Indonesia announces e-commerce roadmap as part of Jokowi’s newest economic reform package

  • The roadmap is to give formal recognition to the e-commerce sector
  • Eight aspects of regulations were announced with 32 initiatives to be completed by mid-2018

 

Indonesia announces e-commerce roadmap as part of Jokowi’s newest economic reform package

 

HAVING launched 13 policy packages in a bid to stimulate the country’s economy since September last year, Indonesian President Joko ‘Jokowi’ Widodo has now put forward the 14th economic reform package, a presidential decree on the long-awaited e-commerce roadmap.

The announcement was made by the Coordinating Minister of Economic Affairs Darmin Nasution on Nov 10.

In April this year, Jokowi had urged his ministries to accelerate the progress of the e-commerce roadmap, as the country needed e-commerce to empower the underprivileged. The roadmap itself had initially been set to be launched late last year.

Eight ministries and institutions are included in the formulation of the e-commerce roadmap, including the Ministry of Communication and Information Technology (MOCIT), Central Bank, Coordinating Ministry of Economic Affairs and Ministry of Finance.

According to MOCIT, the value of Indonesia’s e-commerce transactions is forecast to hit US$130 billion in 2020. Indonesia is also pushing its digital entrepreneurship agenda and targets to nurture 1,000 technopreneurs with a total business valuation of US$10 billion by the same year.

The dream is a big one and Darmin said in a statement that the country now has to put in place a roadmap to help it get there.

“The problem is, we do not have a proper roadmap for e-commerce development that will act as a reference for stakeholders who want to explore the sector,” he said.

Darmin explained that the main objective of the roadmap is to boost the growth of the e-commerce sector in the hopes that it would help stimulate the country’s overall economy.

According to the Central Statistics Bureau, Indonesia’s economic growth is slowing down. The economy grew only 5.02% year-on-year in the third quarter of the year, compared to 5.19% in the previous quarter.

The original growth forecast for 2016 had been 5.2% but Indonesia might well miss this target. The search for a new growth engine has now turned to the digital arena with its huge market and opportunities in the e-commerce and digital sectors.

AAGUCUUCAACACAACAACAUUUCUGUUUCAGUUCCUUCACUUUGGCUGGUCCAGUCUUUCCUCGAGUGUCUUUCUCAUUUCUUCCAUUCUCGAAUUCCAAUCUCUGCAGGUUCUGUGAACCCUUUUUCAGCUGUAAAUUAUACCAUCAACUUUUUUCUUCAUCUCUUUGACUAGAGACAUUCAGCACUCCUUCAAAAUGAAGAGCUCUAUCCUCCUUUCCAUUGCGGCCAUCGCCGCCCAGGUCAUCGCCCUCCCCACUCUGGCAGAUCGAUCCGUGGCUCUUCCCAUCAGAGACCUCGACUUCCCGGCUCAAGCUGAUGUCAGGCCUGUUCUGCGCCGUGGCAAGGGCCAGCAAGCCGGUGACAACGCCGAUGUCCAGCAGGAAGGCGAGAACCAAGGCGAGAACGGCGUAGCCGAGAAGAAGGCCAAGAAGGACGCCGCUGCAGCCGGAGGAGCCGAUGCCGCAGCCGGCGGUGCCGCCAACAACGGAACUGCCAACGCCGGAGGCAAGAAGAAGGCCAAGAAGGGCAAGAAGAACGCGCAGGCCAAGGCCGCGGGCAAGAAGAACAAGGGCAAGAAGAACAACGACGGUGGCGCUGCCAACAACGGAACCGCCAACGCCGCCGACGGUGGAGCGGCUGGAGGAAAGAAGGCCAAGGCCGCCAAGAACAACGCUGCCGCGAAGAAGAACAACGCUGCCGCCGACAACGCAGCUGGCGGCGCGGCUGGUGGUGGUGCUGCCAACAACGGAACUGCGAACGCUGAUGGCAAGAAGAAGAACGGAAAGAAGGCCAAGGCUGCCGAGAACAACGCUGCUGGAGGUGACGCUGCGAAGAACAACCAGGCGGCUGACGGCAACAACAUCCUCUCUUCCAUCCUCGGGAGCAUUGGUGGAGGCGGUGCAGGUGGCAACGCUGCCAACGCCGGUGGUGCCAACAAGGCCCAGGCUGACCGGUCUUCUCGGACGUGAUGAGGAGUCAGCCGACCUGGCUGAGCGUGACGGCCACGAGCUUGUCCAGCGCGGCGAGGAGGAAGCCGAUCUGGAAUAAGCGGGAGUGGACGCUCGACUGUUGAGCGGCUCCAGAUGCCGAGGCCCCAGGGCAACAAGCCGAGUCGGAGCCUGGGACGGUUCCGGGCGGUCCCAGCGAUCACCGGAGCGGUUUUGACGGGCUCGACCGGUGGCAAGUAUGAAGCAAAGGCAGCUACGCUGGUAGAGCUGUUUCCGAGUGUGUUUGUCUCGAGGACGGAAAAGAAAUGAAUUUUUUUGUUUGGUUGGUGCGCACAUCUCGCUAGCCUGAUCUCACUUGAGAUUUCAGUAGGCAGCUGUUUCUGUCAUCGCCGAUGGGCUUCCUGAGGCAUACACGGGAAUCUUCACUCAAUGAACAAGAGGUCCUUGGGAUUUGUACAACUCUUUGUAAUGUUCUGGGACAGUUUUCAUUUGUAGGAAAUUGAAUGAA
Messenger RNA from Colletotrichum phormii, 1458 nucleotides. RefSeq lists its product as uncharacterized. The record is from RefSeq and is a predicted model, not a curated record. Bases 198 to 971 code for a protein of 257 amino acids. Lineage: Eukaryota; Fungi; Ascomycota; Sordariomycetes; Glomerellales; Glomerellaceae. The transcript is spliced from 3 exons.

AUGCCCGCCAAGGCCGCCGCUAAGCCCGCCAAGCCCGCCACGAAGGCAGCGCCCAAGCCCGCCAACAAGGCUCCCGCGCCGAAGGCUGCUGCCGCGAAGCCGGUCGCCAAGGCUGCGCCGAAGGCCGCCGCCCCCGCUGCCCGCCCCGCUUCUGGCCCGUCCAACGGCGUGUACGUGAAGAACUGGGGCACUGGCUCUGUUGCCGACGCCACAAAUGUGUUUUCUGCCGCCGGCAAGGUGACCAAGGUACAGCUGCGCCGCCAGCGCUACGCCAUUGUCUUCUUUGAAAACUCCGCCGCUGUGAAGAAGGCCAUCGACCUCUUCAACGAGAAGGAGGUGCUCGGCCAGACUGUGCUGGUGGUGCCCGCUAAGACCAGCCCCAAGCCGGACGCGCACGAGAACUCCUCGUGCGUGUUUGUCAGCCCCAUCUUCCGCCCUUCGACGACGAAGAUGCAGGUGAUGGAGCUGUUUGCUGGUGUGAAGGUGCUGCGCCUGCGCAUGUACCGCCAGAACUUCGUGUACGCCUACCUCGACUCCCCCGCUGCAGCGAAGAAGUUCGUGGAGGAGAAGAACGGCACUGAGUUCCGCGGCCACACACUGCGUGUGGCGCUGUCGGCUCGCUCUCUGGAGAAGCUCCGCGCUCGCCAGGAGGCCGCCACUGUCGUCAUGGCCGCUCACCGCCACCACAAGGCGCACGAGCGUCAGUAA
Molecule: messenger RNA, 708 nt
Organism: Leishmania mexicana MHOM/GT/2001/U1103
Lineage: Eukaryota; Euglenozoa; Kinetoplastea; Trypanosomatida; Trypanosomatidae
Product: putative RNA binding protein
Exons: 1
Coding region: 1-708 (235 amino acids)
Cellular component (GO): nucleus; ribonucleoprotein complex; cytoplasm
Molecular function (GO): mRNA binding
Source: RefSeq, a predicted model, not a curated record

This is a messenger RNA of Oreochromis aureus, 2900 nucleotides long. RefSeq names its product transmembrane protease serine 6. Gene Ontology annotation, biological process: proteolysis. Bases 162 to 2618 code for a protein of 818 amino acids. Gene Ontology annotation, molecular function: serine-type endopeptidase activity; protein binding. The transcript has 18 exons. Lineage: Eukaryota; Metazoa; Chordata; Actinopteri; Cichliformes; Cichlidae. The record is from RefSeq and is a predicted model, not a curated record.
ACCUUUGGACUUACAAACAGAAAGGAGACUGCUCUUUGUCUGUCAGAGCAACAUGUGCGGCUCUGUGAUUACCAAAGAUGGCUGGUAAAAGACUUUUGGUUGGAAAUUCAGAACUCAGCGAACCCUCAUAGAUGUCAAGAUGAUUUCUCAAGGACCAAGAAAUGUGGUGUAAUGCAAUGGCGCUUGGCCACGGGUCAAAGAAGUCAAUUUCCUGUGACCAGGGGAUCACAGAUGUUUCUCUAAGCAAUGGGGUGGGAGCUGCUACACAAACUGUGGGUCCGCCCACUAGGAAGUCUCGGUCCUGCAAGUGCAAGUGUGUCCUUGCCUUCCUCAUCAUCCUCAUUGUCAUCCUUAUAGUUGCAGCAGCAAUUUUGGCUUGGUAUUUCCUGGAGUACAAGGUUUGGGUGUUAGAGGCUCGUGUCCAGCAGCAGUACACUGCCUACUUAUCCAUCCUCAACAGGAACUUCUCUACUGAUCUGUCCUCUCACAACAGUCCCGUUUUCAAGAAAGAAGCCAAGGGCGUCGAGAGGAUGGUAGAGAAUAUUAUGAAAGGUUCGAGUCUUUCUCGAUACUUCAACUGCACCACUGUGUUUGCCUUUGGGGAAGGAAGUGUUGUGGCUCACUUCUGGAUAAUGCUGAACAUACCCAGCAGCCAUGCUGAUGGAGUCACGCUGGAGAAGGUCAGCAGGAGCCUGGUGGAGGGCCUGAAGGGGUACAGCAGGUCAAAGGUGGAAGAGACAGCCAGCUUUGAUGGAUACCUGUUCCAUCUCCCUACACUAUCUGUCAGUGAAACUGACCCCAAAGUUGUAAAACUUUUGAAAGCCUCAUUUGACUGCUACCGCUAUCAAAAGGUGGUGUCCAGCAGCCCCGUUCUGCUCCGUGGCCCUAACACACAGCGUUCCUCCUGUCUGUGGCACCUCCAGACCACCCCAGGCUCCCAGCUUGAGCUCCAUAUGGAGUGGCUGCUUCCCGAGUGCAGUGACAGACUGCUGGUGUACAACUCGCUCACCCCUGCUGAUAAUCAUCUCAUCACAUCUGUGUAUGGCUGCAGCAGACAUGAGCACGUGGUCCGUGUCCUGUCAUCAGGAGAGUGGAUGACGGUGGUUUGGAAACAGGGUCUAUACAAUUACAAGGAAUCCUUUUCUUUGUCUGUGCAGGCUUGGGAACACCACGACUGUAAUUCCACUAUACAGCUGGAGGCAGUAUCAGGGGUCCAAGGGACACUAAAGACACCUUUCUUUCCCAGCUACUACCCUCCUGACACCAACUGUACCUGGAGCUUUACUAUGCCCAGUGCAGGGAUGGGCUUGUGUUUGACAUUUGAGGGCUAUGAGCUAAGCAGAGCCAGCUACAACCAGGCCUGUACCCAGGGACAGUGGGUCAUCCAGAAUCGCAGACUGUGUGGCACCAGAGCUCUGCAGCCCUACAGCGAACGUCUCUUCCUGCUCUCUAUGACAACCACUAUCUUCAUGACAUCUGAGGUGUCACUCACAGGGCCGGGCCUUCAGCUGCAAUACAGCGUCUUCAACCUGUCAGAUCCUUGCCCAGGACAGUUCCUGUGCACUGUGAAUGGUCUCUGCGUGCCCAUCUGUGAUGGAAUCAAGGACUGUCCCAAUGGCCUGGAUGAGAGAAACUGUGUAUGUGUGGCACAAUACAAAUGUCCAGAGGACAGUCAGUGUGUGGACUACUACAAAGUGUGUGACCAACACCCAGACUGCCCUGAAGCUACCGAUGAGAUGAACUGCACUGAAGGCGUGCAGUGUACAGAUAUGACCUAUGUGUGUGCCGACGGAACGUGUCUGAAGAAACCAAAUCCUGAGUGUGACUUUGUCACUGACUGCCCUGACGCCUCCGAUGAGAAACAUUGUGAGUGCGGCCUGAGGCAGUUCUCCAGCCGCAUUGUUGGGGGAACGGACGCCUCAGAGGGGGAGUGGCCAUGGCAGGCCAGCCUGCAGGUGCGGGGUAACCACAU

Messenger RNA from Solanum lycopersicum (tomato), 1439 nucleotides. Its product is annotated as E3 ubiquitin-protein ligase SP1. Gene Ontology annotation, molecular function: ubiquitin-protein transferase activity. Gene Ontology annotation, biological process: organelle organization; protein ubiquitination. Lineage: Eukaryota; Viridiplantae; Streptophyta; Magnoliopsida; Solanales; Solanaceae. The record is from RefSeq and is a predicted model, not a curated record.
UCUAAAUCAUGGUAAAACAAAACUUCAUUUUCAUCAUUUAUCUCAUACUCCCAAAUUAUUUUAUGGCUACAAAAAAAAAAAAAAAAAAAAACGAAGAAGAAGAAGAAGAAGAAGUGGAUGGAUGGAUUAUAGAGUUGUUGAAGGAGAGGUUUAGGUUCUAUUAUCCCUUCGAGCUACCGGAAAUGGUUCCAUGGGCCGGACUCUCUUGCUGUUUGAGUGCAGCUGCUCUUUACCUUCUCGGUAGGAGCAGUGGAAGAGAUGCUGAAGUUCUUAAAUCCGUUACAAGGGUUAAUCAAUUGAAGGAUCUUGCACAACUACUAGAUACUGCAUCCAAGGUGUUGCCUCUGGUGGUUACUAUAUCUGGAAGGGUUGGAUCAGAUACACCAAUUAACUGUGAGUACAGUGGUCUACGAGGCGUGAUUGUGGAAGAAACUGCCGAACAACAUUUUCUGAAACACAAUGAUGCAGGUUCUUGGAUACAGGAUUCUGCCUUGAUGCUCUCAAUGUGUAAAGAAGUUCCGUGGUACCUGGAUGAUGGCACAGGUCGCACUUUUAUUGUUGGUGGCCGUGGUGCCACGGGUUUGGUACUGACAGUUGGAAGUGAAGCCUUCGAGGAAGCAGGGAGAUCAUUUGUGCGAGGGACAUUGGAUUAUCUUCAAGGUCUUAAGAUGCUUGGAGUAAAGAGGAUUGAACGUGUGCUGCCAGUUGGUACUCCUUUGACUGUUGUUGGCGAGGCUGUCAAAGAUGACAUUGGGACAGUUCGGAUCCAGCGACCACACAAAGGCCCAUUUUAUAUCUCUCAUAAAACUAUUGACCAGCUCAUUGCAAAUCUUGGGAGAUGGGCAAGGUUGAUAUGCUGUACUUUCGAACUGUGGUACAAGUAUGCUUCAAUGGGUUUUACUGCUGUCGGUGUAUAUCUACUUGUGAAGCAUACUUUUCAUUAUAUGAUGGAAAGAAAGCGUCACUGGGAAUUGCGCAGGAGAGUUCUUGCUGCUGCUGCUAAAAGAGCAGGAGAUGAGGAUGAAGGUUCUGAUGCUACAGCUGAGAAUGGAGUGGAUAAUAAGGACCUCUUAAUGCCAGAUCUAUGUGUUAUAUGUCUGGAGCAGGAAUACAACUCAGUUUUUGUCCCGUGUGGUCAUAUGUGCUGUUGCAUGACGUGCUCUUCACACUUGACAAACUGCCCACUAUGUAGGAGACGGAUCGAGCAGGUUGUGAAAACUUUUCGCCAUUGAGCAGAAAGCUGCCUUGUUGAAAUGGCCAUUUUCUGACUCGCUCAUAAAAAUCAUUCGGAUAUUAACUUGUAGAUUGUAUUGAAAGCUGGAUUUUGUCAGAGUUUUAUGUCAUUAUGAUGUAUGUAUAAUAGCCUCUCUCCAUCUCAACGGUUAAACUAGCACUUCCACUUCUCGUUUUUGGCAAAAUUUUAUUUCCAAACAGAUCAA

Darmin said that the e-commerce roadmap will also help to put in place the foundation to support and accelerate the implementation of the electronic-based National Trading System 2016-2019.

Here are eight of the provisions in the roadmap:

  1. Funding. The government will allow micro credit programmes to cover platform and app developers, grants for business incubators and startup mentorship programmes. It will also include universal service obligation (USO) funds for digital small and medium enterprises (SMEs) and e-commerce startups, angel investment, seed capital from venture capital as well as crowd-funding.
  2. Taxation. The government will lower the tax rate for local investors investing in startups and ease the taxation procedures for e-commerce ventures with a total turnover of Rp4.8 billion (US$357,191) and below per year, thereby levelling the playing field in taxation for all e-commerce players.
  3. Consumer protection. The government will regulate electronic transactions in order to allow for transactions and government spending through e-commerce and develop a national payment gateway.
  4. Education and human resources. The government will start a national e-commerce awareness campaign along with a national incubation programme, and e-commerce education programme for all stakeholders.
  5. Logistics. E-commerce players will be allowed to leverage on the national logistics system (Sislognas). Local and national courier companies are to be strengthened and logistics routes from rural areas to cities developed.
  6. Strengthen communications infrastructure through national broadband development.
  7. Cyber security. The government will set up a national surveillance and e-commerce monitoring system, offer education on e-commerce cyber threats, and standardise data collection.
  8. Form an operating management structure to manage, monitor, and evaluate the implementation of the e-commerce roadmap.

In the e-commerce roadmap documents that DNA received, the government has mapped out 18 initiatives that have to be completed in the next three to six months as a first priority with another 13 initiatives that are to be completed within six to 12 months later as a second priority. The final leg will be the development of logistics routes from rural areas to cities in the 12 to 24 months thereafter.

The government is targeting to complete the first and second list by mid-2018 in order to achieve the forecast e-commerce transaction value of US$130 billion by 2020.

While the announcement of the e-commerce roadmap and the presidential decree on the State Secretariat's website do not go into all the details, the ministry’s head of public relations Farah Heliantina told DNA that what the government wants is to at least give formal recognition to the sector with a general set of regulations.

“There are eight aspects of regulations that have been formally announced. However the finer details of each of these regulations are still being formulated and we hope to see them as soon as possible,” she told DNA in a phone interview.

 

Related Stories:

Indonesia moves to open up e-commerce sector to foreign investors

Indonesia’s vision: 1,000 startups by 2020


Indonesian SMEs Part I: Driving the economy

 

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